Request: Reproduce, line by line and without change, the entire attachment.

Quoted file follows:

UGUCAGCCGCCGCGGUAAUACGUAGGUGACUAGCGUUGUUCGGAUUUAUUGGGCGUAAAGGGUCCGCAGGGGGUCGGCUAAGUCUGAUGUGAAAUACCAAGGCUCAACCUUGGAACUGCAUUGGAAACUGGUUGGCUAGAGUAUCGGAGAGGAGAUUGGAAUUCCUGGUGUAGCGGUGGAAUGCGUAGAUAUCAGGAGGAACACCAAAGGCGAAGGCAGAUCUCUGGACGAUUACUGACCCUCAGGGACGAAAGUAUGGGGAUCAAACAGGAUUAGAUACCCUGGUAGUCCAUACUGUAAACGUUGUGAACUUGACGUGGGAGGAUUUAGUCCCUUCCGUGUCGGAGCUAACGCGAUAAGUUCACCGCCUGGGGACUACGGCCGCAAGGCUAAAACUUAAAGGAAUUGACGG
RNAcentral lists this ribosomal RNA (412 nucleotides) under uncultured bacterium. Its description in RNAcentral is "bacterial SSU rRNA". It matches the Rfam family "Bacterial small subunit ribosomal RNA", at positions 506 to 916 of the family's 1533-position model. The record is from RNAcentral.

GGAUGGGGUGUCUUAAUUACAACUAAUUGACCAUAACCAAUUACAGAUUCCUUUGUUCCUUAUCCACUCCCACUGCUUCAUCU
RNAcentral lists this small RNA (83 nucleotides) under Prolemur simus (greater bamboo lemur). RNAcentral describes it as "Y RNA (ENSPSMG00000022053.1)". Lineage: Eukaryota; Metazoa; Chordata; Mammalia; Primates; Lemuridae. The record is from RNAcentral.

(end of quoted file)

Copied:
UGUCAGCCGCCGCGGUAAUACGUAGGUGACUAGCGUUGUUCGGAUUUAUUGGGCGUAAAGGGUCCGCAGGGGGUCGGCUAAGUCUGAUGUGAAAUACCAAGGCUCAACCUUGGAACUGCAUUGGAAACUGGUUGGCUAGAGUAUCGGAGAGGAGAUUGGAAUUCCUGGUGUAGCGGUGGAAUGCGUAGAUAUCAGGAGGAACACCAAAGGCGAAGGCAGAUCUCUGGACGAUUACUGACCCUCAGGGACGAAAGUAUGGGGAUCAAACAGGAUUAGAUACCCUGGUAGUCCAUACUGUAAACGUUGUGAACUUGACGUGGGAGGAUUUAGUCCCUUCCGUGUCGGAGCUAACGCGAUAAGUUCACCGCCUGGGGACUACGGCCGCAAGGCUAAAACUUAAAGGAAUUGACGG
RNAcentral lists this ribosomal RNA (412 nucleotides) under uncultured bacterium. Its description in RNAcentral is "bacterial SSU rRNA". It matches the Rfam family "Bacterial small subunit ribosomal RNA", at positions 506 to 916 of the family's 1533-position model. The record is from RNAcentral.

GGAUGGGGUGUCUUAAUUACAACUAAUUGACCAUAACCAAUUACAGAUUCCUUUGUUCCUUAUCCACUCCCACUGCUUCAUCU
RNAcentral lists this small RNA (83 nucleotides) under Prolemur simus (greater bamboo lemur). RNAcentral describes it as "Y RNA (ENSPSMG00000022053.1)". Lineage: Eukaryota; Metazoa; Chordata; Mammalia; Primates; Lemuridae. The record is from RNAcentral.